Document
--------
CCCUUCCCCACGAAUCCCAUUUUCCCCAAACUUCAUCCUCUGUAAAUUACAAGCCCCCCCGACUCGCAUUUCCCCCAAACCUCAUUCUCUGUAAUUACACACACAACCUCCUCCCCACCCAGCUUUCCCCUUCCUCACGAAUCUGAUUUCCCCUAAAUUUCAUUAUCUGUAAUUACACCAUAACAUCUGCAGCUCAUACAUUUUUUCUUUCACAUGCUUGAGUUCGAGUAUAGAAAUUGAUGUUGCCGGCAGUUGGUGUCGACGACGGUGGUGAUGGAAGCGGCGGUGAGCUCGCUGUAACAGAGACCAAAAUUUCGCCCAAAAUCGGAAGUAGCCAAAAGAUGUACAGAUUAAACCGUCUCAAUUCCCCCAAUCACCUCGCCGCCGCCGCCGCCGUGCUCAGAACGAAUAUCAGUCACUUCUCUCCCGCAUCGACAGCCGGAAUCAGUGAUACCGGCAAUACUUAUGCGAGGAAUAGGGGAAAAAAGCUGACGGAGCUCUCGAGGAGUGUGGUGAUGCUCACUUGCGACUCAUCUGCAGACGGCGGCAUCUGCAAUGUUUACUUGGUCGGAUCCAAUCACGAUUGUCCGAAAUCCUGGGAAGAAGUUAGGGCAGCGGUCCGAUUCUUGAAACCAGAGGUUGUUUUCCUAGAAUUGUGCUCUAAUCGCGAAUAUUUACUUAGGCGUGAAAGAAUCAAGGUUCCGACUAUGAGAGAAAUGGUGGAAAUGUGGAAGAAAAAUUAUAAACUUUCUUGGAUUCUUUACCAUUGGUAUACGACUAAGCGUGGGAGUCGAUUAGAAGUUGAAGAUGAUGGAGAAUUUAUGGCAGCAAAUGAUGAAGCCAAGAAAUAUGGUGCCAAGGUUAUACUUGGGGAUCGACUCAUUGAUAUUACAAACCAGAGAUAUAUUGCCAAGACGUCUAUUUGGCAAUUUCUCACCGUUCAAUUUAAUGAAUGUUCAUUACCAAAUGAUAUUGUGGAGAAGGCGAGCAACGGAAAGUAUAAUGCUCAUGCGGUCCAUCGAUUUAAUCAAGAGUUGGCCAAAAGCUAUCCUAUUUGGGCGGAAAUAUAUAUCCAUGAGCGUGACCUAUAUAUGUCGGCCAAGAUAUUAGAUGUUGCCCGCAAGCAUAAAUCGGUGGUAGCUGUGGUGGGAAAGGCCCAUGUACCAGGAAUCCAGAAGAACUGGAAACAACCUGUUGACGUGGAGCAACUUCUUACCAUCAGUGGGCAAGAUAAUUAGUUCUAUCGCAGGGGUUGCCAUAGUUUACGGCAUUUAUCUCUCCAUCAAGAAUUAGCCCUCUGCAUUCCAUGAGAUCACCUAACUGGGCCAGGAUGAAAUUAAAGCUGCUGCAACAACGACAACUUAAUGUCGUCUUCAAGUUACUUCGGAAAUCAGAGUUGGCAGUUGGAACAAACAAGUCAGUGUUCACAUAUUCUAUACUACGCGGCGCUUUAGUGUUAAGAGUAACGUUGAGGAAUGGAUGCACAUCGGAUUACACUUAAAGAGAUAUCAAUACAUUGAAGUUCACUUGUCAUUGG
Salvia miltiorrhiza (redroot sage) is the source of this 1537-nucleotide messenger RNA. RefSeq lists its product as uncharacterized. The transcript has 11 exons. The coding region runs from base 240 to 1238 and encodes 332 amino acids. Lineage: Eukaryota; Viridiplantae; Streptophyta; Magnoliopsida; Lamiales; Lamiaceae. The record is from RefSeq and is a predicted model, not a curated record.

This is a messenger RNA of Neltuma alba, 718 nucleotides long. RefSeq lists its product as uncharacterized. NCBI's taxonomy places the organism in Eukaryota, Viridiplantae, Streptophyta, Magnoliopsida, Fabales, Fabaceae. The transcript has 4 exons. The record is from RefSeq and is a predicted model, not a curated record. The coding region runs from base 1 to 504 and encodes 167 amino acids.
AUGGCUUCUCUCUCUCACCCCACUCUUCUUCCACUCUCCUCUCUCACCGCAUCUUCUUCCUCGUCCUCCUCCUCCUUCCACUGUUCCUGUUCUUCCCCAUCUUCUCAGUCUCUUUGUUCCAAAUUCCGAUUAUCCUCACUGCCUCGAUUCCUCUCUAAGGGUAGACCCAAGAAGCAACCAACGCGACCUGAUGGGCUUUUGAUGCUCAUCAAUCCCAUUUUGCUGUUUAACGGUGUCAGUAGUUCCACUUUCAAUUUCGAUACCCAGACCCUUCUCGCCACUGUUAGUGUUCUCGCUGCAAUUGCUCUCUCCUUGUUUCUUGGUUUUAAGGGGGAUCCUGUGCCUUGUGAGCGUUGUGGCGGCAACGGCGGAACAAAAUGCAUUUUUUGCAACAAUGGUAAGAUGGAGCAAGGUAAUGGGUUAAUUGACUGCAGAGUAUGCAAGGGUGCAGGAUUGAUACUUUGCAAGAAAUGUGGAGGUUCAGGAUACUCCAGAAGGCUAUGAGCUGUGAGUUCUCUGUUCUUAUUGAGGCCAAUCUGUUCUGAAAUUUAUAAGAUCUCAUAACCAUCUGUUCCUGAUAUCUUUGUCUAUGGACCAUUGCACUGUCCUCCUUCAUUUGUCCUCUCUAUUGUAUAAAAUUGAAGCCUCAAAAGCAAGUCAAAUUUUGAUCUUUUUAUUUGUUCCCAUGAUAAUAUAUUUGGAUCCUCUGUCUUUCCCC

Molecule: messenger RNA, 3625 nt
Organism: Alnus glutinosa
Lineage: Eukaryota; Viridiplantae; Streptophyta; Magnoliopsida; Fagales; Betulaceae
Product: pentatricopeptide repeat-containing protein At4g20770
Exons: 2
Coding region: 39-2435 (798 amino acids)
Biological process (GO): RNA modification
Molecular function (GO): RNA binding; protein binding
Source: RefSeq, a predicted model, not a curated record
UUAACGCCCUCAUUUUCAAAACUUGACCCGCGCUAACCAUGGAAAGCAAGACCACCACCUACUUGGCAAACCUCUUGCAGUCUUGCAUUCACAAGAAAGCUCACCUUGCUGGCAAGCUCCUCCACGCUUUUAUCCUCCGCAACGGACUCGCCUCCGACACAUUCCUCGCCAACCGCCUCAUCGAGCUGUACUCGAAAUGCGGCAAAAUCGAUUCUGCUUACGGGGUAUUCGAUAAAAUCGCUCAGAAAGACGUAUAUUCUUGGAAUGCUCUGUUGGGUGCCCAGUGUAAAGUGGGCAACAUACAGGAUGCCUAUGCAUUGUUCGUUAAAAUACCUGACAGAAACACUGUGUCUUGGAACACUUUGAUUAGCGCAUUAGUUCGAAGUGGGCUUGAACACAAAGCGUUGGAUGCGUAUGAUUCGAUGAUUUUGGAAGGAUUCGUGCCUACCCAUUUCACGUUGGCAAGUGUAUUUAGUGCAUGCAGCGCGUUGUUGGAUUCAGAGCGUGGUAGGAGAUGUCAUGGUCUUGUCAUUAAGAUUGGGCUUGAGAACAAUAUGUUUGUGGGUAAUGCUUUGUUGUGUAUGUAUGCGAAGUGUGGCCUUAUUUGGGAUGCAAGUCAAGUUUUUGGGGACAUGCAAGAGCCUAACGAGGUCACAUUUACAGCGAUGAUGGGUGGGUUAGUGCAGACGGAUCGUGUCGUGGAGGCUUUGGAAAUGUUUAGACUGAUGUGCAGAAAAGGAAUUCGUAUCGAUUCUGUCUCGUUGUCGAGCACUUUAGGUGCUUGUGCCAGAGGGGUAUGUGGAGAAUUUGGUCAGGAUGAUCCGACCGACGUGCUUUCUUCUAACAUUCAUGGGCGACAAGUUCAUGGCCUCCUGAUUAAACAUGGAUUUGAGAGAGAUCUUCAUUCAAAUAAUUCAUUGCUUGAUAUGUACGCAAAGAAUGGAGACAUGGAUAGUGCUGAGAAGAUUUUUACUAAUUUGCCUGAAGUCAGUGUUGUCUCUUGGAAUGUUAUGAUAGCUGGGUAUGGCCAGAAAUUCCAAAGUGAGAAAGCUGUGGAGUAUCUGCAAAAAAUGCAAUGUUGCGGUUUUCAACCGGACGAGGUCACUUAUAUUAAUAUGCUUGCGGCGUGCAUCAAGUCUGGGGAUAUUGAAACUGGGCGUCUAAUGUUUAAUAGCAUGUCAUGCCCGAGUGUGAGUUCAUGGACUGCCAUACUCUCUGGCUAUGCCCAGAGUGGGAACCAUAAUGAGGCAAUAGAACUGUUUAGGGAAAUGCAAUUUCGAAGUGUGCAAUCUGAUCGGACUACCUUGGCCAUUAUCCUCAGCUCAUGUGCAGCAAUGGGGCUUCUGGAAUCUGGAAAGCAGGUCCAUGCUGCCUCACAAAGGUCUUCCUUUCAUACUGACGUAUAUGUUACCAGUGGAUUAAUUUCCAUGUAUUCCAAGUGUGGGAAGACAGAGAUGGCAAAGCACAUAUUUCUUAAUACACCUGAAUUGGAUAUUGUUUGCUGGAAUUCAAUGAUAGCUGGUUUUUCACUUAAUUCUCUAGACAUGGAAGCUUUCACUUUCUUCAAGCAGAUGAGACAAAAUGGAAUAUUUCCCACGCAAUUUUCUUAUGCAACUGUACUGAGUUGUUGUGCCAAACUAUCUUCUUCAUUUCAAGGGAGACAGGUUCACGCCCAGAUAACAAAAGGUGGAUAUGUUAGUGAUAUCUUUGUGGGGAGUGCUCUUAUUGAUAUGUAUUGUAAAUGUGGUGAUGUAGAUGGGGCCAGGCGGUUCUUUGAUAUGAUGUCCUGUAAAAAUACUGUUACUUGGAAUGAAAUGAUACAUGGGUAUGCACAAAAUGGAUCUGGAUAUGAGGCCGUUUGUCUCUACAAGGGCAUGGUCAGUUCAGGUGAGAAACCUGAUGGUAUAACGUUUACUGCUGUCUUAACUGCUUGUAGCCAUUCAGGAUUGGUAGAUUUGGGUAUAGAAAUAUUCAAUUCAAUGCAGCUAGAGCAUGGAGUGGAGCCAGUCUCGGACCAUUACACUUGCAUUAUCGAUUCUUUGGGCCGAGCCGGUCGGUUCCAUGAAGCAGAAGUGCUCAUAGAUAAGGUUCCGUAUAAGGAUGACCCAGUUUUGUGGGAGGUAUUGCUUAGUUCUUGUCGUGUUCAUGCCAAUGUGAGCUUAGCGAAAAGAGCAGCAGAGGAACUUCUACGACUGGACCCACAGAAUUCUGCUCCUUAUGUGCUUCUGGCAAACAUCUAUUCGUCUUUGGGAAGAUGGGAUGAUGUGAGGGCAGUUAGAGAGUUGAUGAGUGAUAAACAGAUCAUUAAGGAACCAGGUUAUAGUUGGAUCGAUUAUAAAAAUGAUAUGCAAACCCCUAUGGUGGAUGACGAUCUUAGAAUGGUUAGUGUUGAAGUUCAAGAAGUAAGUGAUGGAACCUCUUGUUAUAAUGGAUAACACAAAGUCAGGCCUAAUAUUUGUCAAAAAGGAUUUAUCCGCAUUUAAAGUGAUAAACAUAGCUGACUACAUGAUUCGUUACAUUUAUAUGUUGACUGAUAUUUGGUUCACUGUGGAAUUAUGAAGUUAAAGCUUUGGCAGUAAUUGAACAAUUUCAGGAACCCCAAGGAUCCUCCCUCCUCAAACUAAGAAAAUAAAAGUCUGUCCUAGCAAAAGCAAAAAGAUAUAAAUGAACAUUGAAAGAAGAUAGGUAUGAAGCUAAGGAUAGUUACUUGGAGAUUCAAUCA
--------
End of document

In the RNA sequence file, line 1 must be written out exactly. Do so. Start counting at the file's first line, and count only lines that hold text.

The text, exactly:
CCCUUCCCCACGAAUCCCAUUUUCCCCAAACUUCAUCCUCUGUAAAUUACAAGCCCCCCCGACUCGCAUUUCCCCCAAACCUCAUUCUCUGUAAUUACACACACAACCUCCUCCCCACCCAGCUUUCCCCUUCCUCACGAAUCUGAUUUCCCCUAAAUUUCAUUAUCUGUAAUUACACCAUAACAUCUGCAGCUCAUACAUUUUUUCUUUCACAUGCUUGAGUUCGAGUAUAGAAAUUGAUGUUGCCGGCAGUUGGUGUCGACGACGGUGGUGAUGGAAGCGGCGGUGAGCUCGCUGUAACAGAGACCAAAAUUUCGCCCAAAAUCGGAAGUAGCCAAAAGAUGUACAGAUUAAACCGUCUCAAUUCCCCCAAUCACCUCGCCGCCGCCGCCGCCGUGCUCAGAACGAAUAUCAGUCACUUCUCUCCCGCAUCGACAGCCGGAAUCAGUGAUACCGGCAAUACUUAUGCGAGGAAUAGGGGAAAAAAGCUGACGGAGCUCUCGAGGAGUGUGGUGAUGCUCACUUGCGACUCAUCUGCAGACGGCGGCAUCUGCAAUGUUUACUUGGUCGGAUCCAAUCACGAUUGUCCGAAAUCCUGGGAAGAAGUUAGGGCAGCGGUCCGAUUCUUGAAACCAGAGGUUGUUUUCCUAGAAUUGUGCUCUAAUCGCGAAUAUUUACUUAGGCGUGAAAGAAUCAAGGUUCCGACUAUGAGAGAAAUGGUGGAAAUGUGGAAGAAAAAUUAUAAACUUUCUUGGAUUCUUUACCAUUGGUAUACGACUAAGCGUGGGAGUCGAUUAGAAGUUGAAGAUGAUGGAGAAUUUAUGGCAGCAAAUGAUGAAGCCAAGAAAUAUGGUGCCAAGGUUAUACUUGGGGAUCGACUCAUUGAUAUUACAAACCAGAGAUAUAUUGCCAAGACGUCUAUUUGGCAAUUUCUCACCGUUCAAUUUAAUGAAUGUUCAUUACCAAAUGAUAUUGUGGAGAAGGCGAGCAACGGAAAGUAUAAUGCUCAUGCGGUCCAUCGAUUUAAUCAAGAGUUGGCCAAAAGCUAUCCUAUUUGGGCGGAAAUAUAUAUCCAUGAGCGUGACCUAUAUAUGUCGGCCAAGAUAUUAGAUGUUGCCCGCAAGCAUAAAUCGGUGGUAGCUGUGGUGGGAAAGGCCCAUGUACCAGGAAUCCAGAAGAACUGGAAACAACCUGUUGACGUGGAGCAACUUCUUACCAUCAGUGGGCAAGAUAAUUAGUUCUAUCGCAGGGGUUGCCAUAGUUUACGGCAUUUAUCUCUCCAUCAAGAAUUAGCCCUCUGCAUUCCAUGAGAUCACCUAACUGGGCCAGGAUGAAAUUAAAGCUGCUGCAACAACGACAACUUAAUGUCGUCUUCAAGUUACUUCGGAAAUCAGAGUUGGCAGUUGGAACAAACAAGUCAGUGUUCACAUAUUCUAUACUACGCGGCGCUUUAGUGUUAAGAGUAACGUUGAGGAAUGGAUGCACAUCGGAUUACACUUAAAGAGAUAUCAAUACAUUGAAGUUCACUUGUCAUUGG